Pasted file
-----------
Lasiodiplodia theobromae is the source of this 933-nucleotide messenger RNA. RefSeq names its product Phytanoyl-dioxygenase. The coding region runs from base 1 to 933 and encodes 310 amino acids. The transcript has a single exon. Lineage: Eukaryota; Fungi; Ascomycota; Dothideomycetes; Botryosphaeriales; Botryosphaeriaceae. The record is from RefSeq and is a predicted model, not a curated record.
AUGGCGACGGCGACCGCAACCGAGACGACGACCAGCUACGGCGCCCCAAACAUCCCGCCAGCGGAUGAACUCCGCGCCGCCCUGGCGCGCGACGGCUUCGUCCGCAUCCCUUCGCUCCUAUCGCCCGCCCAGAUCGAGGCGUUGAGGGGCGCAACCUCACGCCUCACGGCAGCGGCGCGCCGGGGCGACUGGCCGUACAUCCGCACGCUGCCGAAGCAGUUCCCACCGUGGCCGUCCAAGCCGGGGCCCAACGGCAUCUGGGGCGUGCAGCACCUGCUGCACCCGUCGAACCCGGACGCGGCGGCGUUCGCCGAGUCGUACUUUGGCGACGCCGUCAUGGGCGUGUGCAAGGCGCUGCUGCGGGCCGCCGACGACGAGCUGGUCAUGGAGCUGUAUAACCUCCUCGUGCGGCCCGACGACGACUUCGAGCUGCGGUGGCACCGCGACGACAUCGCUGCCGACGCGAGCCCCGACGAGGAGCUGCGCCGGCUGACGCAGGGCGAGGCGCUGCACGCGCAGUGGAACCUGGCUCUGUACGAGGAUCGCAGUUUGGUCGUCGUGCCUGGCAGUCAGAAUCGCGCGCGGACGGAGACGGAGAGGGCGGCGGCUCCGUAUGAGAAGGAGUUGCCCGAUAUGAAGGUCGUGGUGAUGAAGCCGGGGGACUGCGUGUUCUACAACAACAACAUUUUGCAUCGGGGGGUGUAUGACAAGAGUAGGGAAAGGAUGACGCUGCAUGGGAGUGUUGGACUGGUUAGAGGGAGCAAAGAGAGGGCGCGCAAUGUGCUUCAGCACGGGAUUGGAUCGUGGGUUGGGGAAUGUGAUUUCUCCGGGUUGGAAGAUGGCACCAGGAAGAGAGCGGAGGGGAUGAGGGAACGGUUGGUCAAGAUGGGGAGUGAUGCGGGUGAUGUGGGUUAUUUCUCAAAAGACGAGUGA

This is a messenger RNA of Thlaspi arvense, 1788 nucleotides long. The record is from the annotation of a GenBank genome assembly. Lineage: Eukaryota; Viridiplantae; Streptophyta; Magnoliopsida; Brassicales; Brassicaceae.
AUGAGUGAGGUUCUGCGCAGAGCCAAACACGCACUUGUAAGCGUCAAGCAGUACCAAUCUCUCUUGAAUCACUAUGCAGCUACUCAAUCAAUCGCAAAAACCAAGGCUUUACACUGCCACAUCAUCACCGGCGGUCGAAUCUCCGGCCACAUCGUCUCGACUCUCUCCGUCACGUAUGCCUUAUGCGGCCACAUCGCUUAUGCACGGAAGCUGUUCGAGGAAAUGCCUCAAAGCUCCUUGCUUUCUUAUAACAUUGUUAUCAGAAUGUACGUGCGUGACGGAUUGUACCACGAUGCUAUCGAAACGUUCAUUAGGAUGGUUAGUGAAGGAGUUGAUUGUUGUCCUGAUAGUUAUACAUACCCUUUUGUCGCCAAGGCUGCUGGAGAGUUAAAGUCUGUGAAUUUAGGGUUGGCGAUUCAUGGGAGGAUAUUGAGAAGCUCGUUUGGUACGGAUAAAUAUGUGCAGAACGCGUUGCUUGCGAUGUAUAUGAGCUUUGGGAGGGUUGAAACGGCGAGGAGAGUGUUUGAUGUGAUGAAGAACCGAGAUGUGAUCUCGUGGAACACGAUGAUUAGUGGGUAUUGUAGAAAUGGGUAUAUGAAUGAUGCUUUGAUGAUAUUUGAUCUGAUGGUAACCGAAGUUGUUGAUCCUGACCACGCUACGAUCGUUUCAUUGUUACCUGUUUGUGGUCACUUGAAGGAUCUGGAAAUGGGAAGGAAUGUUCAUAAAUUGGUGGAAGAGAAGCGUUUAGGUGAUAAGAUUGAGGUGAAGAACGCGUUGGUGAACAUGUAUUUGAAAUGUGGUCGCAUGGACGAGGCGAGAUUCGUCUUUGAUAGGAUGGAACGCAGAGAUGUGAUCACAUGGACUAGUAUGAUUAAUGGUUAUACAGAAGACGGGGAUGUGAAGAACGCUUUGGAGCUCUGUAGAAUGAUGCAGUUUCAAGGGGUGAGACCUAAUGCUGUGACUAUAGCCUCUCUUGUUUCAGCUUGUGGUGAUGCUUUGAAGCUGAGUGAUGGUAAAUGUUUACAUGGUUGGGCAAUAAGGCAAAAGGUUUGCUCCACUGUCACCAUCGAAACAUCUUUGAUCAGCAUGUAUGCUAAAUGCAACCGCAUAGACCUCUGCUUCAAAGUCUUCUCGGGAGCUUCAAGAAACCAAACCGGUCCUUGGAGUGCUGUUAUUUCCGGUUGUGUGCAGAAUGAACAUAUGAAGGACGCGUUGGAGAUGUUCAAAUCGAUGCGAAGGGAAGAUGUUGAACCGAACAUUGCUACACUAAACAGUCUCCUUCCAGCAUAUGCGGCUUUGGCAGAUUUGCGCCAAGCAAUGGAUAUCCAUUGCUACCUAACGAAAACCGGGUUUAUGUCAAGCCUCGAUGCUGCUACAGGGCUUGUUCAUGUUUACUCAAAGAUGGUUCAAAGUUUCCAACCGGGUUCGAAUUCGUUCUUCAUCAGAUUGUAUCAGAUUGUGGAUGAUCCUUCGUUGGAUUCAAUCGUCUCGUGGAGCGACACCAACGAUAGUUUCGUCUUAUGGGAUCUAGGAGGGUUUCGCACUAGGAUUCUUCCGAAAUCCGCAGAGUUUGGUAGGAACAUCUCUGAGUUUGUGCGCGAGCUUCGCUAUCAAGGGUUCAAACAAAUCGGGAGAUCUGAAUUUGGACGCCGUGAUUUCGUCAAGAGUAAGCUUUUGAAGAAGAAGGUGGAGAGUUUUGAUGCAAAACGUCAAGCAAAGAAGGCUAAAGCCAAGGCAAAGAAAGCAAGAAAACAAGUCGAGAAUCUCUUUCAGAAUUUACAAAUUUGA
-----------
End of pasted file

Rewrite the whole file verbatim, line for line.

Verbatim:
Lasiodiplodia theobromae is the source of this 933-nucleotide messenger RNA. RefSeq names its product Phytanoyl-dioxygenase. The coding region runs from base 1 to 933 and encodes 310 amino acids. The transcript has a single exon. Lineage: Eukaryota; Fungi; Ascomycota; Dothideomycetes; Botryosphaeriales; Botryosphaeriaceae. The record is from RefSeq and is a predicted model, not a curated record.
AUGGCGACGGCGACCGCAACCGAGACGACGACCAGCUACGGCGCCCCAAACAUCCCGCCAGCGGAUGAACUCCGCGCCGCCCUGGCGCGCGACGGCUUCGUCCGCAUCCCUUCGCUCCUAUCGCCCGCCCAGAUCGAGGCGUUGAGGGGCGCAACCUCACGCCUCACGGCAGCGGCGCGCCGGGGCGACUGGCCGUACAUCCGCACGCUGCCGAAGCAGUUCCCACCGUGGCCGUCCAAGCCGGGGCCCAACGGCAUCUGGGGCGUGCAGCACCUGCUGCACCCGUCGAACCCGGACGCGGCGGCGUUCGCCGAGUCGUACUUUGGCGACGCCGUCAUGGGCGUGUGCAAGGCGCUGCUGCGGGCCGCCGACGACGAGCUGGUCAUGGAGCUGUAUAACCUCCUCGUGCGGCCCGACGACGACUUCGAGCUGCGGUGGCACCGCGACGACAUCGCUGCCGACGCGAGCCCCGACGAGGAGCUGCGCCGGCUGACGCAGGGCGAGGCGCUGCACGCGCAGUGGAACCUGGCUCUGUACGAGGAUCGCAGUUUGGUCGUCGUGCCUGGCAGUCAGAAUCGCGCGCGGACGGAGACGGAGAGGGCGGCGGCUCCGUAUGAGAAGGAGUUGCCCGAUAUGAAGGUCGUGGUGAUGAAGCCGGGGGACUGCGUGUUCUACAACAACAACAUUUUGCAUCGGGGGGUGUAUGACAAGAGUAGGGAAAGGAUGACGCUGCAUGGGAGUGUUGGACUGGUUAGAGGGAGCAAAGAGAGGGCGCGCAAUGUGCUUCAGCACGGGAUUGGAUCGUGGGUUGGGGAAUGUGAUUUCUCCGGGUUGGAAGAUGGCACCAGGAAGAGAGCGGAGGGGAUGAGGGAACGGUUGGUCAAGAUGGGGAGUGAUGCGGGUGAUGUGGGUUAUUUCUCAAAAGACGAGUGA

This is a messenger RNA of Thlaspi arvense, 1788 nucleotides long. The record is from the annotation of a GenBank genome assembly. Lineage: Eukaryota; Viridiplantae; Streptophyta; Magnoliopsida; Brassicales; Brassicaceae.
AUGAGUGAGGUUCUGCGCAGAGCCAAACACGCACUUGUAAGCGUCAAGCAGUACCAAUCUCUCUUGAAUCACUAUGCAGCUACUCAAUCAAUCGCAAAAACCAAGGCUUUACACUGCCACAUCAUCACCGGCGGUCGAAUCUCCGGCCACAUCGUCUCGACUCUCUCCGUCACGUAUGCCUUAUGCGGCCACAUCGCUUAUGCACGGAAGCUGUUCGAGGAAAUGCCUCAAAGCUCCUUGCUUUCUUAUAACAUUGUUAUCAGAAUGUACGUGCGUGACGGAUUGUACCACGAUGCUAUCGAAACGUUCAUUAGGAUGGUUAGUGAAGGAGUUGAUUGUUGUCCUGAUAGUUAUACAUACCCUUUUGUCGCCAAGGCUGCUGGAGAGUUAAAGUCUGUGAAUUUAGGGUUGGCGAUUCAUGGGAGGAUAUUGAGAAGCUCGUUUGGUACGGAUAAAUAUGUGCAGAACGCGUUGCUUGCGAUGUAUAUGAGCUUUGGGAGGGUUGAAACGGCGAGGAGAGUGUUUGAUGUGAUGAAGAACCGAGAUGUGAUCUCGUGGAACACGAUGAUUAGUGGGUAUUGUAGAAAUGGGUAUAUGAAUGAUGCUUUGAUGAUAUUUGAUCUGAUGGUAACCGAAGUUGUUGAUCCUGACCACGCUACGAUCGUUUCAUUGUUACCUGUUUGUGGUCACUUGAAGGAUCUGGAAAUGGGAAGGAAUGUUCAUAAAUUGGUGGAAGAGAAGCGUUUAGGUGAUAAGAUUGAGGUGAAGAACGCGUUGGUGAACAUGUAUUUGAAAUGUGGUCGCAUGGACGAGGCGAGAUUCGUCUUUGAUAGGAUGGAACGCAGAGAUGUGAUCACAUGGACUAGUAUGAUUAAUGGUUAUACAGAAGACGGGGAUGUGAAGAACGCUUUGGAGCUCUGUAGAAUGAUGCAGUUUCAAGGGGUGAGACCUAAUGCUGUGACUAUAGCCUCUCUUGUUUCAGCUUGUGGUGAUGCUUUGAAGCUGAGUGAUGGUAAAUGUUUACAUGGUUGGGCAAUAAGGCAAAAGGUUUGCUCCACUGUCACCAUCGAAACAUCUUUGAUCAGCAUGUAUGCUAAAUGCAACCGCAUAGACCUCUGCUUCAAAGUCUUCUCGGGAGCUUCAAGAAACCAAACCGGUCCUUGGAGUGCUGUUAUUUCCGGUUGUGUGCAGAAUGAACAUAUGAAGGACGCGUUGGAGAUGUUCAAAUCGAUGCGAAGGGAAGAUGUUGAACCGAACAUUGCUACACUAAACAGUCUCCUUCCAGCAUAUGCGGCUUUGGCAGAUUUGCGCCAAGCAAUGGAUAUCCAUUGCUACCUAACGAAAACCGGGUUUAUGUCAAGCCUCGAUGCUGCUACAGGGCUUGUUCAUGUUUACUCAAAGAUGGUUCAAAGUUUCCAACCGGGUUCGAAUUCGUUCUUCAUCAGAUUGUAUCAGAUUGUGGAUGAUCCUUCGUUGGAUUCAAUCGUCUCGUGGAGCGACACCAACGAUAGUUUCGUCUUAUGGGAUCUAGGAGGGUUUCGCACUAGGAUUCUUCCGAAAUCCGCAGAGUUUGGUAGGAACAUCUCUGAGUUUGUGCGCGAGCUUCGCUAUCAAGGGUUCAAACAAAUCGGGAGAUCUGAAUUUGGACGCCGUGAUUUCGUCAAGAGUAAGCUUUUGAAGAAGAAGGUGGAGAGUUUUGAUGCAAAACGUCAAGCAAAGAAGGCUAAAGCCAAGGCAAAGAAAGCAAGAAAACAAGUCGAGAAUCUCUUUCAGAAUUUACAAAUUUGA